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Who Should Use a Polygraph?

  • April 19, 2007
  • by PInow Staff

A polygraph can be a useful tool that can be used as part of a larger investigation to get answers. However, businesses interested in using the test need to follow the law to the letter to avoid legal action.

Polygraph tests have caused a lot of controversies and have generated many myths over the years. In November 2006, A Jacksonville, Florida firefighter fought the results of a polygraph test that he says was inaccurate. The man took the test as part of an internal investigation into an incident which allegedly involved nooses being placed on his uniform. The polygraph results suggested deception, but the firefighter has always consistently claimed that he found nooses on his uniform an act that can be seen as a hate crime or a form of harassment. Administrators of the test are defending the polygraph as a reliable tool but the firefighter and his attorney are pointing out the many documented studies that suggest the test is highly fallible.

A polygraph is sometimes called the lie detector test but this is a misnomer. The test is really nothing more than a way of measuring the body's responses when questions are asked. Polygraph examiners compare physical responses to questions to see how a subject reacts to questions for which the answer is known (such as what is your name?) and to questions for which the answer is unclear (such as where were you on the night of September 30?). By comparing the two, proponents of the polygraph claim that deception can easily be uncovered, since people react physically when they lie.

Should you look to a polygraph to get answers?

There are many situations when someone may want to use a polygraph test:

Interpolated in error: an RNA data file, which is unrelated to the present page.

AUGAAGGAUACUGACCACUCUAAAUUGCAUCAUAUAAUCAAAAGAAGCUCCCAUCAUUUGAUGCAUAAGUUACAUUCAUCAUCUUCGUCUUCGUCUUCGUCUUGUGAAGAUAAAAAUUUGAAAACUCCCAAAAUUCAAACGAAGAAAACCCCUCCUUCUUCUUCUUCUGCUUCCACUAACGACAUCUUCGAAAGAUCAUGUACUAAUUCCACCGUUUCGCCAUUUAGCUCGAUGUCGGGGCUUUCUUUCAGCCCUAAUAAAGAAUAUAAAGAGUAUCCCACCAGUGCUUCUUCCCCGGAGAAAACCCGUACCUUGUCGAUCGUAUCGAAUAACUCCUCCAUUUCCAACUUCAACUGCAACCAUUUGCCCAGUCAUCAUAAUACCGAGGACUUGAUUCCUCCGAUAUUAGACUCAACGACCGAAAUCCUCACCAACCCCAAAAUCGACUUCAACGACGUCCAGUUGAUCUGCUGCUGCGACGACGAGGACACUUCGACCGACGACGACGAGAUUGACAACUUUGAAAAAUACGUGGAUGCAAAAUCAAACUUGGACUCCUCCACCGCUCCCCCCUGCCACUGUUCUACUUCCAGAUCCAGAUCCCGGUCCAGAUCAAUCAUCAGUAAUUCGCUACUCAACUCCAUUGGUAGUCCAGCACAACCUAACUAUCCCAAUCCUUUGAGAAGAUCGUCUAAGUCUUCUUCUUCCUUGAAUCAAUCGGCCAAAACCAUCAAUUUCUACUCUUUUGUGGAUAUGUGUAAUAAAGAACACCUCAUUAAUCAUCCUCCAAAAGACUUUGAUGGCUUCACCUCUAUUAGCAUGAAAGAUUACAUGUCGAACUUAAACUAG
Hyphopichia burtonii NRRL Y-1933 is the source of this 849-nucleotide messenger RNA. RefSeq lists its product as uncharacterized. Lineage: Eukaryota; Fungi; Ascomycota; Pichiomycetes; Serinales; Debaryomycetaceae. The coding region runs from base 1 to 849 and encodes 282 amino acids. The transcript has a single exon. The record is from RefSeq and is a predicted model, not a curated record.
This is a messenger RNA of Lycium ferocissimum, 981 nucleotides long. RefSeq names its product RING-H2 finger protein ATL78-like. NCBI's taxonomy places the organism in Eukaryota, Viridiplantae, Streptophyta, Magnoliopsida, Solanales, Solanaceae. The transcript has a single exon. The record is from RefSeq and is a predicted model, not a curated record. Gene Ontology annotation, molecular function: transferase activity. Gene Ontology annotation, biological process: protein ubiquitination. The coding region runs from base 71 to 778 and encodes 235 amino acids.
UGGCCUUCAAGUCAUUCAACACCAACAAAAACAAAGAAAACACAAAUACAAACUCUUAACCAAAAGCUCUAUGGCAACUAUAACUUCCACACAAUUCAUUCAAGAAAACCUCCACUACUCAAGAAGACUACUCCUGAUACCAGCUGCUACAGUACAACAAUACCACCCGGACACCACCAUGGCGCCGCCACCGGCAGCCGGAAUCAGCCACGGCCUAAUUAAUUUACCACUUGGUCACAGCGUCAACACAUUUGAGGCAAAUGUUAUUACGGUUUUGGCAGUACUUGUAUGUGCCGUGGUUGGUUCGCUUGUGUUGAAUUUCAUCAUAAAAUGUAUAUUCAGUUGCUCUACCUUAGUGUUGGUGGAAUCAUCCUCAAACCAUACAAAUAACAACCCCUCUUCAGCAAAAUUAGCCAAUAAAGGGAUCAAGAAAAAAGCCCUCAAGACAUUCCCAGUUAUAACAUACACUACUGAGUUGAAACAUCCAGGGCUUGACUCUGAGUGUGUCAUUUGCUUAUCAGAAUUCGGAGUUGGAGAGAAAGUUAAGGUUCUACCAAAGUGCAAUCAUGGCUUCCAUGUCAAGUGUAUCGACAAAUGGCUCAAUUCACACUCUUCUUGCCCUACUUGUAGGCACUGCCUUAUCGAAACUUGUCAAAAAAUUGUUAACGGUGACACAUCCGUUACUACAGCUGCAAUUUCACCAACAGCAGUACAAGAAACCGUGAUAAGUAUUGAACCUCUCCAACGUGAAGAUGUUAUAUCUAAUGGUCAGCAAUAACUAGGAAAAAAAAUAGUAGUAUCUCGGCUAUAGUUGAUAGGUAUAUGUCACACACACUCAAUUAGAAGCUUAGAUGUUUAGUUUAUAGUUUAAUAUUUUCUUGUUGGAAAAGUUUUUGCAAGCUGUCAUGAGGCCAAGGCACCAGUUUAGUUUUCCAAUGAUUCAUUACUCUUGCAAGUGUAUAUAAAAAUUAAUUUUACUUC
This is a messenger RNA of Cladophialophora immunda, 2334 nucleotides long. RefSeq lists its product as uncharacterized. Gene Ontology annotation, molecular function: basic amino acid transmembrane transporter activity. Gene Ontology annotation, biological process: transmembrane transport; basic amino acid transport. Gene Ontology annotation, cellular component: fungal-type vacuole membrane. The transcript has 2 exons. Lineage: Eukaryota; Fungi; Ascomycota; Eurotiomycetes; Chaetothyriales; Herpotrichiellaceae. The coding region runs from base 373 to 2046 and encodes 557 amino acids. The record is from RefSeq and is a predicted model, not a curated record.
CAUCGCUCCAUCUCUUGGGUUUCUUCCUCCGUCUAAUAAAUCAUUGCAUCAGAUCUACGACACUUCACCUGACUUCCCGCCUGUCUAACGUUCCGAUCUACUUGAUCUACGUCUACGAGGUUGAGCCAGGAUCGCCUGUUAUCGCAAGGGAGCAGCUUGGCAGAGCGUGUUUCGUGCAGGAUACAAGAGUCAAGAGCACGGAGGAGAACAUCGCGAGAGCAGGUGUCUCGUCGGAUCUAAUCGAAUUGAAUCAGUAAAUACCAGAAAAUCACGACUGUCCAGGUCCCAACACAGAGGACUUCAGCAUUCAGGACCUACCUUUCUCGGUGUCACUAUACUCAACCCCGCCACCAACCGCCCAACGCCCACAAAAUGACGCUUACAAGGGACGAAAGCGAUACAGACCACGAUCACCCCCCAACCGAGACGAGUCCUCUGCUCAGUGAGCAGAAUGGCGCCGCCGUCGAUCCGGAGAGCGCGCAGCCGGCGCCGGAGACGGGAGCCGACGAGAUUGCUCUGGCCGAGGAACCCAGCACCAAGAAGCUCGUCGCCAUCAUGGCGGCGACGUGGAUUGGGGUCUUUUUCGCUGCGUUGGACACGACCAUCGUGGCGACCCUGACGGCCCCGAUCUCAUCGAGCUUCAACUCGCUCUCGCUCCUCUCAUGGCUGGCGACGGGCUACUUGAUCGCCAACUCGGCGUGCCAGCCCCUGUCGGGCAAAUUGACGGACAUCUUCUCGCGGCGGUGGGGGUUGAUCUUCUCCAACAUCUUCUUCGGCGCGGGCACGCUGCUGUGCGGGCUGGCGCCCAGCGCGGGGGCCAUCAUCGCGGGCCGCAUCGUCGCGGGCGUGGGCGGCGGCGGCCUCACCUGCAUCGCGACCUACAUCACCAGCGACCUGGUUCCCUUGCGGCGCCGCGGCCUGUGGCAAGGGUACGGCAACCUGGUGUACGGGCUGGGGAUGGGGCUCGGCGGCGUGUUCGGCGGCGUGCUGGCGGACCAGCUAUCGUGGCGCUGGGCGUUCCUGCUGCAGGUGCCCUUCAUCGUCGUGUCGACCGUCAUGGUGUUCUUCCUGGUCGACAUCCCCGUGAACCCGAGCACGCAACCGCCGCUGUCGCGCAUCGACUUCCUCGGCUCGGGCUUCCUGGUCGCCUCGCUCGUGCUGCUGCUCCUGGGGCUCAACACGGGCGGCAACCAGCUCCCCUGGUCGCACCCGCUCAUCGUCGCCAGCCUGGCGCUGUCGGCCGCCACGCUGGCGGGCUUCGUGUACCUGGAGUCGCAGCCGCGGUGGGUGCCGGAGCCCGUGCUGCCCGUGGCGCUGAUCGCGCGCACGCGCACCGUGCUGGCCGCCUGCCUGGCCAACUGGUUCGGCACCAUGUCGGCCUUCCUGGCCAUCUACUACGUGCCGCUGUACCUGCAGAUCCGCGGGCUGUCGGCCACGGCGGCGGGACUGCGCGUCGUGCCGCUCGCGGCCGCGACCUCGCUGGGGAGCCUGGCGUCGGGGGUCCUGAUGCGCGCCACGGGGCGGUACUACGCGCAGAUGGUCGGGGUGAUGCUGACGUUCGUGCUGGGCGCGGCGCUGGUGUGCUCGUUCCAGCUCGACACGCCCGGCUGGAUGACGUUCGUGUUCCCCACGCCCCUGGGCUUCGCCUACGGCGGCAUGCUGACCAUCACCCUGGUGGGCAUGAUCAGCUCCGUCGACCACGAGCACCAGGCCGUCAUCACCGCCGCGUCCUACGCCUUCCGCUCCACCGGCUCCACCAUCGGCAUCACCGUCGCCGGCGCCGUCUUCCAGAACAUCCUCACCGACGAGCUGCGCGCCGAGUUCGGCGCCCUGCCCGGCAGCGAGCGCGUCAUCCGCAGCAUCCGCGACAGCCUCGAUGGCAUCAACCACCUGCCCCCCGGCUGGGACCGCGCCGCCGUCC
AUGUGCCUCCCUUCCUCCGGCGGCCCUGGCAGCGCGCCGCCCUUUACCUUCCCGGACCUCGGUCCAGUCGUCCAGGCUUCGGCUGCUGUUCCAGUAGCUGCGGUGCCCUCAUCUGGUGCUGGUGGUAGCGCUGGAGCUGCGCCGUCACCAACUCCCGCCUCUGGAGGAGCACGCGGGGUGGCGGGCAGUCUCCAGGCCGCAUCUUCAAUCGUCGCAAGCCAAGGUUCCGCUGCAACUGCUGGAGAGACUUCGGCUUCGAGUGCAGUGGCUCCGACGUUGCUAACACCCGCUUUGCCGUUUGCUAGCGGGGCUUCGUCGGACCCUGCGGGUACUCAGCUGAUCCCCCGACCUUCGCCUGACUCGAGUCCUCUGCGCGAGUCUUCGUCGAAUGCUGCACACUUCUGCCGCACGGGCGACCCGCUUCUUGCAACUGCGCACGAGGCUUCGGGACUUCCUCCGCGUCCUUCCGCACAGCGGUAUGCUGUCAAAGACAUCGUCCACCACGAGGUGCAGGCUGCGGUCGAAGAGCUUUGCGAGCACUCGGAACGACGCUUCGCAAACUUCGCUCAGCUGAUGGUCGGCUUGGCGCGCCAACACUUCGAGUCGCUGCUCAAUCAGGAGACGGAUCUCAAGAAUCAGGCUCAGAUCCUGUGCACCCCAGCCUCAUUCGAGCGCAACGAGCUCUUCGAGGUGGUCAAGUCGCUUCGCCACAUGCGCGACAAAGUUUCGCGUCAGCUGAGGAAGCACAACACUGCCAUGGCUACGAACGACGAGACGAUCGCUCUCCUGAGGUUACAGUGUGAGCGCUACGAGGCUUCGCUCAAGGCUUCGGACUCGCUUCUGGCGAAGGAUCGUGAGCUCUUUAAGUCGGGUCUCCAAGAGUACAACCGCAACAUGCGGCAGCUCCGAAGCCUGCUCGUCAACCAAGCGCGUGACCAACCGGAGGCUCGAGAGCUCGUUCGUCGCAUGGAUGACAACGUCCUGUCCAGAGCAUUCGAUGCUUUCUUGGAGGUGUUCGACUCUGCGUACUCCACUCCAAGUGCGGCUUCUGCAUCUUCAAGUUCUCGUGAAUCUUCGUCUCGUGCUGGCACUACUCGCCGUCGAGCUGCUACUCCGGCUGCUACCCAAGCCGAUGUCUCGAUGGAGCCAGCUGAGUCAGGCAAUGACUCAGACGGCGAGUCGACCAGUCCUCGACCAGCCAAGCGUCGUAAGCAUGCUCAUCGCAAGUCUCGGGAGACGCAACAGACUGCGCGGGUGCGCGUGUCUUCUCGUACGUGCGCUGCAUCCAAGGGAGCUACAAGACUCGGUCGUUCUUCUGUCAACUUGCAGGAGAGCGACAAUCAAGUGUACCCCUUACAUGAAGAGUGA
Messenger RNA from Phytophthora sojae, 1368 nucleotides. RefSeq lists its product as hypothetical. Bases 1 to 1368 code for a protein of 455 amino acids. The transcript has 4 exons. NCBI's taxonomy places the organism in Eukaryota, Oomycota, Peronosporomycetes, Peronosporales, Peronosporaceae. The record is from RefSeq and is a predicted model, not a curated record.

• Defendants interested in proving their innocence. Defendants involved in a case do not always have hard evidence to prove their innocence. In some of these cases, voluntarily taking a polygraph test can impress on the court that the defendant has nothing to hide and is telling the truth.

  • Attorneys involved in criminal trials or civil cases -- and their plaintiffs. Attorneys do not always like to use polygraph tests since the test results are not predictable. Nevertheless, polygraph test results can be used as part of the larger evidence of a case to prove guilt or innocence. Also, polygraph examiners can be called to the stand to testify.

  • Banks and other businesses involved in internal investigations. Corporations running internal investigations into theft, crimes, or other workplace dangers will sometimes use a polygraph to determine whether employees are being truthful in an investigation and whether employees are loyal to a company.

  • Some hiring committees. Some government agencies and companies use polygraph testing when hiring candidates. This type of screening is most common in jobs that require a high-level security clearance or considerable responsibilities.

Legal issues to keep in mind

According to the Employee Polygraph Protection Act of 1988 ("EPPA"), not everyone can use the polygraph test. According to the act, employers can only ask their employees to take a polygraph test as part of an "ongoing investigation" into a case that involves business losses or financial losses to the company. The employer can only request the test of employees who are reasonably under suspicion for the crime or incident in question. Employers cannot randomly use the test to uncover theft or crime in the workplace and employees always have the right to refuse to take the test. Even in cases where a polygraph test seems to indicate wrongdoing, the test itself cannot be used to indict an employee. At most, the test can be used as part of an overall investigation or as supporting evidence.

What do businesses need to know?

Businesses interested in using the polygraph as part of company investigations need to proceed with caution. Laws protect employees and potential employees and overstepping these laws can mean long legal battles. Savvy businesses know that hiring a professional investigator to run polygraph tests or internal investigations is often smartest. A good, local investigator can run a thorough, legal check which provides real answers that can stand up in court. Now, finding such an investigator is easier than ever, thanks to the PInow.com Worldwide Directory of Private Investigators. The PInow.com Worldwide Directory of Private Investigators is a free polygraph resource, with lots of useful information. It is also a database that allows anyone to find experienced, local investigators.

About PInow.com

PInow.com (http://www.pinow.com/) is a Worldwide Directory of Private Investigators that enables law firms, corporations, and the general public to find investigators anywhere. PInow.com strives to be the most trusted resource on the web to locate qualified investigators. All investigators listed on PInow.com are pre-screened and must meet specific listing requirements.

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